It was more than a football team. It was a movement.
The 1985 Chicago Bears should easily rate the favorite team of any Bears fan old enough to have seen them play. The fact they are the franchise’s only NFL champion since 1963 makes them an easy choice, but it goes well beyond winning.
Never in the history of the NFL has a single team so captivated the football public, as well as the non-football public.
A perfect storm of sorts developed in 1985 along the shores of Lake Michigan. The Bears’ roster had more characters than Disney studios. They were talented, brash and blossoming as the league’s youngest team. They had motivation, along with a fan base starved for victory. It all came together to form something special.
None combined complete domination with wild fun like the ’85 Bears.
Hall of Famers Walter Payton, Mike Singletary and Dan Hampton, Hall of Fame hopeful Richard Dent, the Bruise Brothers offensive line featuring tackle Jimbo Covert and center Jay Hilgenberg, nasty linebackers Wilber Marshall and Otis Wilson, blazing wide receiver Willie Gault and quarterback Jim McMahon led the league in cockiness and wins.
McMahon defied coach Mike Ditka and commissioner Pete Rozelle, head-butted his offensive linemen, and showed no regard for his body.
Gault organized the “Super Bowl Shuffle”—the famed rap video proclaiming the Bears Super Bowl-bound when they had merely clinched home field playoff advantage.
There was the big rookie, 310-pound William “The Refrigerator” Perry, playing like a man 50 pounds lighter.
The nicknames spoke for their personalities: “Danimal,” “Mongo,” “The Colonel,” “Sweetness,” “Silky D” and Jimmy Mac, the Punky QB.
“We were pretty much a circus,” Ditka wrote in, “In Life, You Kick Ass: Reflections on the 1985 Bears and Wisdom from Da Coach.”
Ditka might have been the biggest character of all, and an underlying feud he had with defensive coordinator Buddy Ryan added daily to the soap opera. Ditka got the head coaching job Ryan wanted, but when team founder George Halas hired Ditka, he said Ryan had to be defensive coordinator. The two barely avoided strangling each other and put together the highest-scoring offense in team history, along with a defense widely recognized as greatest of all time.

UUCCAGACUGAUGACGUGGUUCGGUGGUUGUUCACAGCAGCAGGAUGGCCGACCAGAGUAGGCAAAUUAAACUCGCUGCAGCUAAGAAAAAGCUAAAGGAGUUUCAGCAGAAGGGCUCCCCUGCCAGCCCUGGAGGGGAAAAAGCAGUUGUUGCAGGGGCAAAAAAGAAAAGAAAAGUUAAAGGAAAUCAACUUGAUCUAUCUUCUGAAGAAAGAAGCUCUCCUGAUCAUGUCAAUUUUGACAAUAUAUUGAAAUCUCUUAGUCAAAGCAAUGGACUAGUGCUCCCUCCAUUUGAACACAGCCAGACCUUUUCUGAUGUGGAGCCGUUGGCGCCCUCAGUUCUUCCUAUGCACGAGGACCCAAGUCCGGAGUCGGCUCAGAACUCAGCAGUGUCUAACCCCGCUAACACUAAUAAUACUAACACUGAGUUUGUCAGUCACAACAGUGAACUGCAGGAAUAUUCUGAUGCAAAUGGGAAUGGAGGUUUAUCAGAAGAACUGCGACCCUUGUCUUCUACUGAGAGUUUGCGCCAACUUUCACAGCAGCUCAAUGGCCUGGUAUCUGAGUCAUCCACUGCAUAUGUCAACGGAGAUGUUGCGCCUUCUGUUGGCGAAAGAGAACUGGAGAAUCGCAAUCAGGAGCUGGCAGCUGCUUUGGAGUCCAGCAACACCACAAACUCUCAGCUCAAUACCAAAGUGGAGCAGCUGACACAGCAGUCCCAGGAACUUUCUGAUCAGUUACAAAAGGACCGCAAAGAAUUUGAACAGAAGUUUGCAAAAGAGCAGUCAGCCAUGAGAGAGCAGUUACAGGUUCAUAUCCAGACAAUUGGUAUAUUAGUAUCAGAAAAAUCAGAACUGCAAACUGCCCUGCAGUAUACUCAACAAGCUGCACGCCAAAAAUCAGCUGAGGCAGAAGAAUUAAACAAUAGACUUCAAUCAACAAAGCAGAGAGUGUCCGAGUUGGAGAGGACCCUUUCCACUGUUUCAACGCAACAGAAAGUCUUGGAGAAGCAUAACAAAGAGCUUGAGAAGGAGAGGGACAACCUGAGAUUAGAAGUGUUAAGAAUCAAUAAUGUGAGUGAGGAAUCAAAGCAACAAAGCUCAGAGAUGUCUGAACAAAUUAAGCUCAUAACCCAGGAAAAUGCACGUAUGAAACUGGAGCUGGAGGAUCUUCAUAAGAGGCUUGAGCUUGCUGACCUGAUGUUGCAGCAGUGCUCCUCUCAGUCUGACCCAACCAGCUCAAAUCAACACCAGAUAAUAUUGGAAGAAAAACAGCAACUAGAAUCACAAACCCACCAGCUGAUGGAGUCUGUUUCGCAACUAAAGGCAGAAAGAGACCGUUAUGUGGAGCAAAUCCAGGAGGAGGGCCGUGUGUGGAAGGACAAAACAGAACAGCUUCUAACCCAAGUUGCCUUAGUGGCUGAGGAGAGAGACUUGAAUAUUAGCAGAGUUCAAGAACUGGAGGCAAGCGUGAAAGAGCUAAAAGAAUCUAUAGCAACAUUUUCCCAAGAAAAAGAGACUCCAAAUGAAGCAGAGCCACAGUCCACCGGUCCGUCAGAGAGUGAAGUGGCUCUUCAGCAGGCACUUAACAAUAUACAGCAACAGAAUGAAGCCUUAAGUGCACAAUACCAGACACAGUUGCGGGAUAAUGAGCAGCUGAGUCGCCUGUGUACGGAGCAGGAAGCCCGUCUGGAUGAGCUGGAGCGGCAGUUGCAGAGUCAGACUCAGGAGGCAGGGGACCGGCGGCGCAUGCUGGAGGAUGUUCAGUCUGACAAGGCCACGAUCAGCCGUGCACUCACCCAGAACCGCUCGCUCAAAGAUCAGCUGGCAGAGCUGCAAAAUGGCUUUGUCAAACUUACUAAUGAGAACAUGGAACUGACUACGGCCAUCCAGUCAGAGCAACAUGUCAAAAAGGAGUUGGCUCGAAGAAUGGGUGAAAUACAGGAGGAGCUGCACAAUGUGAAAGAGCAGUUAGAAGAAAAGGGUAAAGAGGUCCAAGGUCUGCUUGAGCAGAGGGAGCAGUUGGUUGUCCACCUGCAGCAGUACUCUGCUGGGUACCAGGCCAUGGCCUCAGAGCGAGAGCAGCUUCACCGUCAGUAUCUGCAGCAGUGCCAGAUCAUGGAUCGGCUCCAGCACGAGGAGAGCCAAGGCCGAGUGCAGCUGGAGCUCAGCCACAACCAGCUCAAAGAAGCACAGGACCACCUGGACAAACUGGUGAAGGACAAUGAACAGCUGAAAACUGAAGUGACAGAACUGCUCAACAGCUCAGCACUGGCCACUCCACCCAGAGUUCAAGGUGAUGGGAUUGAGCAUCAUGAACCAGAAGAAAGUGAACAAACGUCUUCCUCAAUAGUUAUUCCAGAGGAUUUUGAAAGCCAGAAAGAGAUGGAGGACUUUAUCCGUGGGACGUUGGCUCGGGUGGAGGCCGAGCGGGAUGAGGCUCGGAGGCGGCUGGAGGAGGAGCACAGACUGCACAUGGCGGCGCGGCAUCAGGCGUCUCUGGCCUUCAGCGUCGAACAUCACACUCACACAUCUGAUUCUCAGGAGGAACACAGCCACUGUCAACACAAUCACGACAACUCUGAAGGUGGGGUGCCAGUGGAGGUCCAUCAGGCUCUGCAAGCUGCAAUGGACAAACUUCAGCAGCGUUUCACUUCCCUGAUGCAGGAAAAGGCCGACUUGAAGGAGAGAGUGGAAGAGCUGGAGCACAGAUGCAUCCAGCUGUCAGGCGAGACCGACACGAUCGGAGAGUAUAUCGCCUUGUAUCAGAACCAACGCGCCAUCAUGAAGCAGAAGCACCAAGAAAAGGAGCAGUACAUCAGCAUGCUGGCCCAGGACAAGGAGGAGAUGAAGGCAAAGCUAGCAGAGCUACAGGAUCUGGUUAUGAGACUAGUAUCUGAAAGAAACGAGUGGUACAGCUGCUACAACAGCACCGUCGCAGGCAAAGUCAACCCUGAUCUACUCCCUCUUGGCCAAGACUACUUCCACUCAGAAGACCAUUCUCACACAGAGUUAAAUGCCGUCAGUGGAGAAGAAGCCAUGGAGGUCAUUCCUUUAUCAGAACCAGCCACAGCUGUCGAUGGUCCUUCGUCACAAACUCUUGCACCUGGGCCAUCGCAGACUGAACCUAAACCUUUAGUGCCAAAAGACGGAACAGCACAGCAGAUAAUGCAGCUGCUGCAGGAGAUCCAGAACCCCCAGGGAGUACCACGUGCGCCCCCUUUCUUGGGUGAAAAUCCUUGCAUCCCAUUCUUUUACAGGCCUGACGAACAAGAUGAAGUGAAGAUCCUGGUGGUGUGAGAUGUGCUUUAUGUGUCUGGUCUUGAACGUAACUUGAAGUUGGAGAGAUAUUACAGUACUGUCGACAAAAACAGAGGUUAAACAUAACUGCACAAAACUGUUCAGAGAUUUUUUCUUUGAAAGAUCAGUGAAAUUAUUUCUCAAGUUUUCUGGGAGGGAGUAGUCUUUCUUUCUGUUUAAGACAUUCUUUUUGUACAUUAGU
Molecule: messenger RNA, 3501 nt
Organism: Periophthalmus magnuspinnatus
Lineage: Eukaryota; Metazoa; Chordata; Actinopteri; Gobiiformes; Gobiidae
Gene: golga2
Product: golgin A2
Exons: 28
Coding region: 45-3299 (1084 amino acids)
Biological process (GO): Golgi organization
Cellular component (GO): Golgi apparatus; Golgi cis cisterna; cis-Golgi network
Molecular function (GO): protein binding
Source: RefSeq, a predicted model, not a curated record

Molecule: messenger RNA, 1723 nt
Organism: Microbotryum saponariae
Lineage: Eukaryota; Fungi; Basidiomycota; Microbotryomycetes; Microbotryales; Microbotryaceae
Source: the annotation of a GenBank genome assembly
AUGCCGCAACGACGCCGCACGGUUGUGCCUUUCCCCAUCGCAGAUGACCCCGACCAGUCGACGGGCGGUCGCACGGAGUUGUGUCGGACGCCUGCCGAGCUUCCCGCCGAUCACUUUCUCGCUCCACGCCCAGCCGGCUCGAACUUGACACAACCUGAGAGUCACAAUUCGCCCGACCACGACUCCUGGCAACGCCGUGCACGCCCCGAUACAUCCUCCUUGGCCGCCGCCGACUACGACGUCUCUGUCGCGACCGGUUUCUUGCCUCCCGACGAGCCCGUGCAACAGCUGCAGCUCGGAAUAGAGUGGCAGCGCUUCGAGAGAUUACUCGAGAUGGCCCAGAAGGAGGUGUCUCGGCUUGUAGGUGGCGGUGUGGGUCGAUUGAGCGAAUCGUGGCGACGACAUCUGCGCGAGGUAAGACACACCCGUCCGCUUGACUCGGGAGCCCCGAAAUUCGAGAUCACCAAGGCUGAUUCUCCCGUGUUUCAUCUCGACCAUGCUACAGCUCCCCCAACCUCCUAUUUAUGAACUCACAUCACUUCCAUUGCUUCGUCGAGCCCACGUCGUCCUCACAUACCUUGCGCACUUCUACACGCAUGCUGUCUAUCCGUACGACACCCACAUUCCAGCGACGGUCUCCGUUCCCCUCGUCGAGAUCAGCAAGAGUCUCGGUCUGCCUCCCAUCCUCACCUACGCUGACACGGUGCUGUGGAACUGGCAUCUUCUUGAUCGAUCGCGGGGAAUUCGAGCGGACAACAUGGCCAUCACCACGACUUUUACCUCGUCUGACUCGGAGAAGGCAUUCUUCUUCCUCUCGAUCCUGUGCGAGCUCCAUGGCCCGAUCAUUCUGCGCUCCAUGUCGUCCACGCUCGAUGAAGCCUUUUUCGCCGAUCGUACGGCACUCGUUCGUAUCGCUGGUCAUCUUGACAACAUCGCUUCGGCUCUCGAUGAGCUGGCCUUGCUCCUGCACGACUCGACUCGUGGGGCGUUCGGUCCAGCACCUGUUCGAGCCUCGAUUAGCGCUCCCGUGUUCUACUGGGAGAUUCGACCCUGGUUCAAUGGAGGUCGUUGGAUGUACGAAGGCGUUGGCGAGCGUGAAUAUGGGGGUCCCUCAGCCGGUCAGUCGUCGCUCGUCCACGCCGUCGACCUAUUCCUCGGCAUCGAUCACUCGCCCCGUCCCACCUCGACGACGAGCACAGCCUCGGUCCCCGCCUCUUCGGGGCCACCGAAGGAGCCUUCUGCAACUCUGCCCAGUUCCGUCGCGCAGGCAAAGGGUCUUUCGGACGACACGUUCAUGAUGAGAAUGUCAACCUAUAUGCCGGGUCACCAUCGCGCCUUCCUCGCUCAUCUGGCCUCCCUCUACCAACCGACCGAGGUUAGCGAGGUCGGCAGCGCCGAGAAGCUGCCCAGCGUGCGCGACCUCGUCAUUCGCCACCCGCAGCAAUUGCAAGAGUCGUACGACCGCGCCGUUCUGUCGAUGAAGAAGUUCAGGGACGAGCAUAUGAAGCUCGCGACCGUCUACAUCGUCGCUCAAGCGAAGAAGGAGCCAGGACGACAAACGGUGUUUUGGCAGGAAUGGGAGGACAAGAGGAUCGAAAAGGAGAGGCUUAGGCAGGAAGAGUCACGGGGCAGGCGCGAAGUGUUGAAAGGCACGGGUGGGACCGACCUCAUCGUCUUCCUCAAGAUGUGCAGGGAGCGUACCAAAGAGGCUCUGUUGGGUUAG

Greatest defense ever
That defense held 14 of 19 opponents to 10 or less, had 80 sacks, blanked both NFC playoff opponents, and could have shut out New England in Super Bowl XX except for a lost Payton fumble near the Bears’ red zone and a late touchdown allowed by the second string defense.
Over the previous five years Ryan had concocted a gambling, blitzing scheme named “the 46”, for the jersey number of former strong safety Doug Plank. The defense sometimes put two outside linebackers on one side and sent blitzers from all angles with the idea of outnumbering blockers. Ryan finally had the talent perfect the scheme, and the brains on the field to lead it with Singletary.
The Bears drew motivation all season from an embarrassing 23-0, 1984 NFC title game loss to San Francisco, and it was there where Perry’s legend began. Ditka felt 49ers coach Bill Walsh rubbed his nose in it by using guard Guy McIntyre as a blocking back in that game. So in 1985, he put Fridge in the backfield at the end of a 26-10 revenge beat-down of the Niners. Then he used Perry to settle a score against another antagonist, Green Bay coach Forrest Gregg. Perry ran for a TD on Monday Night Football against the Pack, then caught a TD pass in the rematch.
The fun was more violent on the defensive side. Week by week, the Bears’ defense embarrassed the opposition and had a running body count of quarterbacks knocked out of games.
They embarrassed Dallas, America’s Team, 44-0, and made Cowboys QB Danny White look more like Betty White. Then they claimed they were now the true America’s Team.
City of losers no more
Chicago had been a town of losers. The pre-Jordan Bulls had been horrible dating back to the late 1970s, and had never made a championship series. The Blackhawks hadn’t won a Stanley Cup since 1961. The White Sox hadn’t won a pennant in 1959. The Cubs were, well…the Cubs.
It was a city starved for victory. Instead of mere victory, it was as if the Bears treated fans to a feast, while the rest of the league had to starve and watch them eat. Fans delighted in seeing their wild, raucous team trash opponents, waste quarterbacks and win 15 regular-season games.
For 22 years, Bears fans suffered through the likes of Bobby Douglass, Ken Grandberry, Don Rives, Bob Avellini, Bo Rather, and Ricky Watts. They had seen Dick Butkus and Gale Sayers perform brilliantly and lose. Playoff football always meant watching Dallas or Washington.
Now football had not only become fun, it provided a chance to get back at every other city’s fans for 22 years of total frustration. It seemed like this cast of talented marauders handed Bears fans a license to thumb their noses at the rest of the NFL each week.
When the playoffs started, the sense of entitlement and joy grew to greater proportions.
The easy Super Bowl XX victory seemed almost anticlimactic.
Then, the perfect storm subsided. Different parts that made this all possible dispersed. Gault and Marshall left as free agents, McMahon kept getting hurt, Payton retired, Ryan left for Philadelphia, and Ditka’s ego became larger than Perry—who ballooned to 350 pounds.
But almost 25 years later, that one, beautiful, joyous romp through the NFL remains unmatched for dominance and fun.
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